Time After Time 1979 A Movie A Day Day 97

Nearly a hundred days ago, I started this project in a pique. Since my summer classes did not start for three weeks after the Spring semester was over, I had time on my hands and I did not want to fritter it away without having accomplished something. The idea of a blog, based on watching a movie every day seemed very appealing. I can watch five movies a day if the time is available, it is usually my pleasure. I wanted a theme to work around the movies so I chose films that I saw when I was growing up. I was twelve when the seventies started and twenty-one when they finished. Since it was Summer, I thought it fitting to write about Summer films of that time. There have been an amazing variety of movies covered in the last 97 days. I found however, that when movie watching becomes an obligation, it is not always a pleasure. There were several times during the Summer when I was stressed out about getting my movie in. I missed one day when we were in Vegas, and Amanda took over for the week that I was in Alaska. Squeezing in a film, between dinner and going out, or taking one with me on my ipod when we were on the road, are examples of the kinds of effort I made to keep up. If you check the time on the posts, you will find a number that just managed to get in before the stroke of twelve. I have every intention of continuing to write about movies and probably my life, but I am not going to keep it on a calendar like I did for the past three months. I look forward to going to school tomorrow, teaching my classes, coming home and then doing as I choose rather than forcing myself to watch one of the movies from the list. Don’t misunderstand, I have enjoyed watching most of the movies, even if I did not enjoy the movie. It is my pleasure now to introduce you to the final post on this project.

“Time After Time” is 100% a pure pleasure. If you have not seen this movie, you are in for a treat when you do. There are so many terrific elements here that starting is a dilemma. Probably it is best to start with the set up. It is 1893 London and a group of Victorian era gentlemen are dining. We have seen the murder of a prostitute just a few moments before, but that can surely have nothing to do with this distinguished group of men. The host is Mr. H.G. Wells, writer and it turns out inventor. He is there to revel to his friends his newest invention, a time machine, and to announce his plan to travel to the future utopia he expects in three generations. When Scotland Yard shows up at his door, in pursuit of Jack the Ripper, it is only when He discovers his Time Machine is missing that he figures out that one of his friends, is indeed the Ripper and has escaped to the future. When the machine automatically returns to it’s place in his basement, he decides to pursue the criminal to save the civilized world he imagines will be overwhelmed by a sick murderer in it’s midst. I can’t visualize a better set up of a story, H.G. Wells pursuing Jack the Ripper across time. The concept alone is priceless but it is developed by a very good storyteller named Nicholas Myer. He wrote a Sherlock Holmes novel that was then made into a movie he directed. “The Seven-Percent Solution” uses a similar mixture of characters, like Holmes and Sigmund Freud, to tell an adventure story. “Time After Time” is a thriller with a science fiction element. By itself that would be satisfying, but Myer adds in the perfect ingredient to make the picture an essential in my opinion. He adds a love story. A story that crosses a century of attitudes and the usual thriller elements to make us truly care about the outcome.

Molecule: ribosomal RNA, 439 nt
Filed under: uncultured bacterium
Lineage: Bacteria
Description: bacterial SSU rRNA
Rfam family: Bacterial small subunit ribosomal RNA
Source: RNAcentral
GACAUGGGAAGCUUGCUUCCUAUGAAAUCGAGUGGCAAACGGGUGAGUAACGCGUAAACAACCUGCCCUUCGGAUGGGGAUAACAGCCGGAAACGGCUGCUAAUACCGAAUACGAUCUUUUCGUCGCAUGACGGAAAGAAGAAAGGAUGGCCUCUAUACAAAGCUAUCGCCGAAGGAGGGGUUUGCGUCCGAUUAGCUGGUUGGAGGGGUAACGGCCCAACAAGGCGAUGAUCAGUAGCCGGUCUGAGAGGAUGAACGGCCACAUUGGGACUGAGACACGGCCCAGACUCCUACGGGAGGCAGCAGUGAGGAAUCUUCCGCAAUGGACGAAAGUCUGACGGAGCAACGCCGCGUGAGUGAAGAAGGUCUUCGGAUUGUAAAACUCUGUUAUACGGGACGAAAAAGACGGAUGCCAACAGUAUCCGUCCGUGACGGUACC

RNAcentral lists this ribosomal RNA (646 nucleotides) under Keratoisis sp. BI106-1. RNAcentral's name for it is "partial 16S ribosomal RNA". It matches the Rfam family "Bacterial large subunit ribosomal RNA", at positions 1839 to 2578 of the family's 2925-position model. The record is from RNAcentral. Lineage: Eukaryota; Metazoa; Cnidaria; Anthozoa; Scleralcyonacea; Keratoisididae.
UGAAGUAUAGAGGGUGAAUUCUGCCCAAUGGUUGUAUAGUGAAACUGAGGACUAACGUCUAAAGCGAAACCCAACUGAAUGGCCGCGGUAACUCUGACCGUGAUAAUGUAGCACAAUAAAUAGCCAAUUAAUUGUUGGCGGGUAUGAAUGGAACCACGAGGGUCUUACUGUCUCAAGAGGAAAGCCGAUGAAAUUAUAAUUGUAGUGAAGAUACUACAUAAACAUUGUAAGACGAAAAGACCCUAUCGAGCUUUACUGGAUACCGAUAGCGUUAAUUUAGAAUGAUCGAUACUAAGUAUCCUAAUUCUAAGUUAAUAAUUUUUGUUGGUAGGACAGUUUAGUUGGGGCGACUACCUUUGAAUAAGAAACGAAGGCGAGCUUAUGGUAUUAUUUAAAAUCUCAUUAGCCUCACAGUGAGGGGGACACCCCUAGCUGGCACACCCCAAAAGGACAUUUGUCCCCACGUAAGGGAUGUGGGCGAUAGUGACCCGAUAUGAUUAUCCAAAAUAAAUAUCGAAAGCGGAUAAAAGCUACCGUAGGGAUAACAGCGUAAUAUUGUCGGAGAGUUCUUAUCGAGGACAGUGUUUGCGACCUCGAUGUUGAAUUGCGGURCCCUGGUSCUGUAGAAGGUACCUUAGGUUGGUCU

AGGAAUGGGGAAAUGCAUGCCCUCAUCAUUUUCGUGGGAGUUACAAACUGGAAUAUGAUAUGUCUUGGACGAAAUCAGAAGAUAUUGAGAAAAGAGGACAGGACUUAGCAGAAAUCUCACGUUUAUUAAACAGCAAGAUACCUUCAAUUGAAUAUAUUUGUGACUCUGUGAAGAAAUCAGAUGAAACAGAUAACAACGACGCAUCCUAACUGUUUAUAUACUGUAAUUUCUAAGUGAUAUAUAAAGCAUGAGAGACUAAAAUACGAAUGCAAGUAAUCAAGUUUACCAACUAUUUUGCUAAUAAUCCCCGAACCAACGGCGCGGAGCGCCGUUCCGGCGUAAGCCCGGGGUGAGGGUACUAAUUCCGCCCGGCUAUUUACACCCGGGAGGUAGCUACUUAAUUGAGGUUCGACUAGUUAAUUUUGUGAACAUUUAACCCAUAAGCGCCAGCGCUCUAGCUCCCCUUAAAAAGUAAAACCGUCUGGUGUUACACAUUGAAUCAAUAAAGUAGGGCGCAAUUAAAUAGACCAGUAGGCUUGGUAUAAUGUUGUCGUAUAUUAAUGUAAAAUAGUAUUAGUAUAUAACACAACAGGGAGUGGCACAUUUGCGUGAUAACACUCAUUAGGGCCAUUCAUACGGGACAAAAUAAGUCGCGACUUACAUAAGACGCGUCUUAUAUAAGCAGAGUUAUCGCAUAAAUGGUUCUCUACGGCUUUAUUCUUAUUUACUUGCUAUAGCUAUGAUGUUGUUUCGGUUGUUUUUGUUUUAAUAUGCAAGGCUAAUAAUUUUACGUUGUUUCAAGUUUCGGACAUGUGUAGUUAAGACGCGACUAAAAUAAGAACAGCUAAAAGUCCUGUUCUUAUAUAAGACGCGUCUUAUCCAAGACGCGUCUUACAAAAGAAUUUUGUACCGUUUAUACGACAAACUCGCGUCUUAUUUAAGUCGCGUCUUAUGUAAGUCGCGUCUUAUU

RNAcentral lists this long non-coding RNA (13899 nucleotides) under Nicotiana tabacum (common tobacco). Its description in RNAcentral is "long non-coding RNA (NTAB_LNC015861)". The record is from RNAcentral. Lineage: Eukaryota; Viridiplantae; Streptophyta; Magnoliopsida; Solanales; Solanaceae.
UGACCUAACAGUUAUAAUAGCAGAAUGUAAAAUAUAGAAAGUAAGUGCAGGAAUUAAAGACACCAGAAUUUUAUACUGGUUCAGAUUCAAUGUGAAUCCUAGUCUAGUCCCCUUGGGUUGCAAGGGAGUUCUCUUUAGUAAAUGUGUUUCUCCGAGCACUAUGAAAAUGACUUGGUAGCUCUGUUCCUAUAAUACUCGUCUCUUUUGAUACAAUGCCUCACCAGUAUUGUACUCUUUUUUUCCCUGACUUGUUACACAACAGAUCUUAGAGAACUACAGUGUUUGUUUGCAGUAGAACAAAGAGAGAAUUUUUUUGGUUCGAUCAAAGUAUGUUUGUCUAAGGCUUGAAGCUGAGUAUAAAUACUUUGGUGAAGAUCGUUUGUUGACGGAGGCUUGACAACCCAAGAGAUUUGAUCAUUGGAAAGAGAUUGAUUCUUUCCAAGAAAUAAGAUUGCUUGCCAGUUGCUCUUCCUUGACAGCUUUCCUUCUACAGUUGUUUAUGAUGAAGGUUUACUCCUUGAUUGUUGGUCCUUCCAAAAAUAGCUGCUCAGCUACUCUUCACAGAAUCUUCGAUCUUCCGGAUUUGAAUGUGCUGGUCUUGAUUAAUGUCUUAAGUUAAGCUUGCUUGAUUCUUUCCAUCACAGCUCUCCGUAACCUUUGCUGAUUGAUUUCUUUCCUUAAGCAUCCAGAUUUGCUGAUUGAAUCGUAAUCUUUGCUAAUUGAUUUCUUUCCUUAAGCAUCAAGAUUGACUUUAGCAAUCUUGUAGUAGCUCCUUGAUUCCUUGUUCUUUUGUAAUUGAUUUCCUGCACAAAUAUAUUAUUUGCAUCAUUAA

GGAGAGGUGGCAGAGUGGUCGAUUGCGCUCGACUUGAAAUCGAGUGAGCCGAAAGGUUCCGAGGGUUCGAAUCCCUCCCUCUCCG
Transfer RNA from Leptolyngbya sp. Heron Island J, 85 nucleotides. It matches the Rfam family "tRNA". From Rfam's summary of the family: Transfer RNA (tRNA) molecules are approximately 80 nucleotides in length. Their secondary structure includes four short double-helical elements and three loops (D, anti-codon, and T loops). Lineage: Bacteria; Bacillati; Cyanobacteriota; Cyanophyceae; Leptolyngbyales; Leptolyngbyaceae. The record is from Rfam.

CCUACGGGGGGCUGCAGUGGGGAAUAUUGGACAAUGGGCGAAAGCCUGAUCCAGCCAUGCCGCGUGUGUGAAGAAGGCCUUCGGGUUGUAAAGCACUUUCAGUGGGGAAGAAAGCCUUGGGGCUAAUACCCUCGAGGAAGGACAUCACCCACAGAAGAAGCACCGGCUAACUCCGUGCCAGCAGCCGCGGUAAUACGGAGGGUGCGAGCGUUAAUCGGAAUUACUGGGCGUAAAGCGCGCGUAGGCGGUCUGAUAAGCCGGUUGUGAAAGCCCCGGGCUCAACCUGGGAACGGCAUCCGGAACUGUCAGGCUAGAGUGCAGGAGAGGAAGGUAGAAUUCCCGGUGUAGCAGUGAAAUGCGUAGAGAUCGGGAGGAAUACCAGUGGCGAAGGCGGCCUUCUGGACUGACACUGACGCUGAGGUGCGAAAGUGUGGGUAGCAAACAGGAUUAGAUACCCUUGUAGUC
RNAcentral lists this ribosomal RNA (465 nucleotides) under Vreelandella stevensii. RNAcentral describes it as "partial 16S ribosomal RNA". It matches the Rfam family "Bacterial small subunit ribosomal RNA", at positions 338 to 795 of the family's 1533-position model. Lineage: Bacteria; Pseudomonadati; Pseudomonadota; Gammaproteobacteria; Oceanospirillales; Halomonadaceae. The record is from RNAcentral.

Over the years thousands of writers and millions of film fans have written about and witnessed what is called “screen chemistry”. Errol Flynn and Olivia deHavalind had that chemistry and it helped them make eight films together that really worked. Most of you can think of actors that have meshed together so well on screen that it is hard to separate them. Romantic chemistry like Tracy and Hepburn or comradely like Redford and Newman. I would be hard pressed to think of another screen pairing where the chemistry came together so quickly and completely, right in front of us, as the matching of Malcolm McDowell and Mary Steenburgen. From their first scene together, you can feel them falling for each other. I had never imagined McDowell as a romantic lead before this movie, afterwords I wondered why he was not cast that way all the time. This was only her second movie, and she was a complete charmer in both of the films. I admit that I had a big crush on her, she was pretty without being glamorous and sweetness just falls off of her like frosting off the sides of a cake. There have been other star romances based on working together in a picture, this one surprised me not one bit. They were married for ten years, I’m sure she loves Ted Danson her current husband, but in my mind she and McDowell will always be a couple. The screenplay lets an unconventional pairing pull us into the events. It is a fish out of water story in both directions.